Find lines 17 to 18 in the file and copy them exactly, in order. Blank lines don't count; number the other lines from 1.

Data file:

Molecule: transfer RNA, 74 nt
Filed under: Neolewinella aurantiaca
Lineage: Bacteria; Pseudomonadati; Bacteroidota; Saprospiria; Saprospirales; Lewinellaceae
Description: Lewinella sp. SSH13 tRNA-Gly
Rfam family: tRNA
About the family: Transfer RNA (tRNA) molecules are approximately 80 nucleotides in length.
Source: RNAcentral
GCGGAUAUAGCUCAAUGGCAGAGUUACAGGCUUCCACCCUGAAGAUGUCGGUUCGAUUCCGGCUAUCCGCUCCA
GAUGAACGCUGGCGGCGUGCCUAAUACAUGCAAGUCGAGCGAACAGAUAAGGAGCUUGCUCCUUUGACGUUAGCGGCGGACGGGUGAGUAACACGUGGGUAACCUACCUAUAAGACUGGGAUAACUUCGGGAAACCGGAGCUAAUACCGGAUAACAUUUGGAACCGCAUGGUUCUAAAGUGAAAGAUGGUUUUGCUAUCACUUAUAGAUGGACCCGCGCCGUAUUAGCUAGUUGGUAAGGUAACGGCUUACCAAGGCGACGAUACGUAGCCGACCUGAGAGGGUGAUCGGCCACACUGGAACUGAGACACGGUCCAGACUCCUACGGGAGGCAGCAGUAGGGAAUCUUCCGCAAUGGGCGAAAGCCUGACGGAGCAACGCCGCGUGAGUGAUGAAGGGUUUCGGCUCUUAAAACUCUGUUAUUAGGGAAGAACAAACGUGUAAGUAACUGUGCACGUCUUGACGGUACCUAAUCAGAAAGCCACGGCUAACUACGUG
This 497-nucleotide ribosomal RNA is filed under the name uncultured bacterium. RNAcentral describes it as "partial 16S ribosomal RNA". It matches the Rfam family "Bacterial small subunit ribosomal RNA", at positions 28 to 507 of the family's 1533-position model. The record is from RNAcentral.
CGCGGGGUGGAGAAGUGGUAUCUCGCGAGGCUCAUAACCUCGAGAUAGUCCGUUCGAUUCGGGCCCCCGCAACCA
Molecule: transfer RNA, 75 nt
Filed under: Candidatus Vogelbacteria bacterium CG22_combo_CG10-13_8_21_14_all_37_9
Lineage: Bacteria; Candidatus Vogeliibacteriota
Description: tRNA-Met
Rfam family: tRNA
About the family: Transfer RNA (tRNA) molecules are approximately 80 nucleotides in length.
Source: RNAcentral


About the family: Transfer RNA (tRNA) molecules are approximately 80 nucleotides in length.
Source: RNAcentral